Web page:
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In turbulent era, France's Macron wants military conscription
March 18, 2017 / 3:00 PM / 4 months ago

In turbulent era, France's Macron wants military conscription

Emmanuel Macron, head of the political movement En Marche !, or Onwards !, and candidate for the 2017 presidential election, attends a meeting in Reims, France March 17, 2017.Pascal Rossignol

PARIS (Reuters) - Presidential favourite Emmanuel Macron said on Saturday he wanted to restore military service to France for some 600,000 young people each year as part of efforts to face a world entering an era of "turbulence" comparable to the Cold War.

The 39-year-old former investment banker, running as an independent centrist, is seen winning the April/May election in a runoff with far-right leader Marine Le Pen, who herself has promised to bring back conscription 16 years after it ended.

Ahead of the first face-to-face televised debates with his rivals for the Elysee palace next week, Macron's speech to the military, defence and foreign policy community, sought to allay criticism from his opponents that he would be too inexperienced for the top job.

He vowed to strengthen France's overseas operations against Islamist militants in the Middle East and Africa, face Russia's "military affirmation", the United States' "unpredictability" and the "militarisation of terrorism" that was leading to acts of war on home soil.

"The current period is a turning point comparable to the Cold War, but this time we are entering an era of extreme turbulence, a new era of conflicts," Macron said.

Outlining the need for Europe to reaffirm itself in the face of major powers like Russia, China and the U.S., Macron insisted that he would "serve France's interests firsts" to ensure it kept its strategic autonomy and was able to act alone at any moment if needed.

The former economy minister under outgoing Socialist President Francois Hollande was accompanied on Saturday by officials from current Defence Minister Jean-Yves Le Drian, who has been advising his ex-cabinet colleague.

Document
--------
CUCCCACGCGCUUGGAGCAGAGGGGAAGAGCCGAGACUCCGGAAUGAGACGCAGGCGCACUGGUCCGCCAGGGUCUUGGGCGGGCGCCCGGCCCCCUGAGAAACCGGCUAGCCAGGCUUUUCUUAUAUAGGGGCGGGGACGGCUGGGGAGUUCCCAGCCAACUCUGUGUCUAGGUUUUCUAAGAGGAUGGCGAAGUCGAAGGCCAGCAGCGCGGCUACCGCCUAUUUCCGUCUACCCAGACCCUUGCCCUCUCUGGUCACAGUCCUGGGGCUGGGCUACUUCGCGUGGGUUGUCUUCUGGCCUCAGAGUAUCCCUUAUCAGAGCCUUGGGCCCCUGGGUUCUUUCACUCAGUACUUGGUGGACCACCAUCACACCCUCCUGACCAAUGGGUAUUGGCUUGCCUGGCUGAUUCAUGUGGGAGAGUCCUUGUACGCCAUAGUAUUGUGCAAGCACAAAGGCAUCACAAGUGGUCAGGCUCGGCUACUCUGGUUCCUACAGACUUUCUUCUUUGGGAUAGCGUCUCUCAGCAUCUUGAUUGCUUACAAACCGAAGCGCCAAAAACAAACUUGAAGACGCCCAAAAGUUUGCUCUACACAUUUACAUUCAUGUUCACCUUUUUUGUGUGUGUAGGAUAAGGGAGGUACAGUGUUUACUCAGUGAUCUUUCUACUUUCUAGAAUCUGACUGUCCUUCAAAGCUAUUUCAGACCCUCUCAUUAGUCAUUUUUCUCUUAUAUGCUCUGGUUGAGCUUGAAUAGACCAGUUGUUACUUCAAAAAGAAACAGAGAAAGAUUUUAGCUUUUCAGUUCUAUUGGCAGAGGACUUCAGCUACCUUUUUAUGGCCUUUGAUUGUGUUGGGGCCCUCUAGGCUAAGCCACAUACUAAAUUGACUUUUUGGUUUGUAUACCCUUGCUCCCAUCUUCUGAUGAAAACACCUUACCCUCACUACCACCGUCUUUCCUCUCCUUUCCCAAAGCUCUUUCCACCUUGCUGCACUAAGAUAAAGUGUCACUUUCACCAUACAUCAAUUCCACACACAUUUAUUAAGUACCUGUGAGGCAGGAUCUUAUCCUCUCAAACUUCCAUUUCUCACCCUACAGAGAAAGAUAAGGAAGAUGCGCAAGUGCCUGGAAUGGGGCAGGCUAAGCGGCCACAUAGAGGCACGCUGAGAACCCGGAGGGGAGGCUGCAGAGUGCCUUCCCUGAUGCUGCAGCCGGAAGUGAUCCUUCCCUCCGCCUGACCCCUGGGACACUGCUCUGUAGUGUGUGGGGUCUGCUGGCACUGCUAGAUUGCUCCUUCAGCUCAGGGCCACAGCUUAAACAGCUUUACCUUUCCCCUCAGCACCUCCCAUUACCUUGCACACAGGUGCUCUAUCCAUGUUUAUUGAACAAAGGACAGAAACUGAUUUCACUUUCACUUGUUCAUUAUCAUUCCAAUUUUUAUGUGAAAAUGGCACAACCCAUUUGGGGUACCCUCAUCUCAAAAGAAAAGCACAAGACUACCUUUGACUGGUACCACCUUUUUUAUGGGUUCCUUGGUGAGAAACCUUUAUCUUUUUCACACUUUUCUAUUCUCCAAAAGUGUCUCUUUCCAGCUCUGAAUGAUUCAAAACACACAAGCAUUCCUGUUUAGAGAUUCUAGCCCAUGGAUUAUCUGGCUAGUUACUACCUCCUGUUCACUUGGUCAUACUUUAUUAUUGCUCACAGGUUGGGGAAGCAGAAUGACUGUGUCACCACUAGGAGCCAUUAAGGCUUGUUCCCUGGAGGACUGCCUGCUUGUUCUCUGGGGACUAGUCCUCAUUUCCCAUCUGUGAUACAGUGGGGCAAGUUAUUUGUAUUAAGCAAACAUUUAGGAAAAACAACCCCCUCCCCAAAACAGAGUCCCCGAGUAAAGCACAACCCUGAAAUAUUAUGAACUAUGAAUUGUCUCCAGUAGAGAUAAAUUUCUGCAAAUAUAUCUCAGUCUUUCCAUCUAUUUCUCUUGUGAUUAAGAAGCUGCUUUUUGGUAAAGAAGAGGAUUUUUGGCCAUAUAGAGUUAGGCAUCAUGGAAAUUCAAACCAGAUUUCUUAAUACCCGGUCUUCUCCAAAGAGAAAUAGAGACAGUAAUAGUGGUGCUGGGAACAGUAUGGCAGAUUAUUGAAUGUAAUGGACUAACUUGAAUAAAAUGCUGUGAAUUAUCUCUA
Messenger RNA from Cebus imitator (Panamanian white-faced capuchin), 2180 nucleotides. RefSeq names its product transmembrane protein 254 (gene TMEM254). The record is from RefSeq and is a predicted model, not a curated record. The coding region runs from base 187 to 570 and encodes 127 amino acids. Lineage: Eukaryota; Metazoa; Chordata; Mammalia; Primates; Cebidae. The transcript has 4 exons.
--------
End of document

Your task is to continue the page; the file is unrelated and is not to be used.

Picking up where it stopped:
He is one of the few ministers in the existing government that has won plaudits and is expected to officially back Macron next week.

The country is in the throes of a highly charged election campaign after two years of attacks on civilians and public targets by Islamic State militants - several of them in Paris - that have killed more than 230 people and forced the government to put 10,000 soldiers on the streets to reinforce security. France has been under a state of national emergency since November 2015.

The threat was again highlighted on Saturday after security forces shot dead a man who tried to seize a soldier's gun at Paris Orly airport after he had earlier shot and wounded a police officer during a routine police check. [ID:nL5N1GV074]

"The strategic situation that I have described and the threats that weigh on our country forces us to reinforce the link between the army and the nation," Macron said.

"I therefore want every young French citizen to experience, even if only for short time military life - a short, obligatory and universal national service," Macron said.

He said the conscription would involve about 600,000 young men and women each year and occur for a one-month period between the ages of 18 to 21. The army and national gendarmerie would oversee the service.

"This is a major Republican project for society that must enable our democracy to be more united, but also resilient," he said. 

Reporting by John Irish; Editing by Stephen Powell

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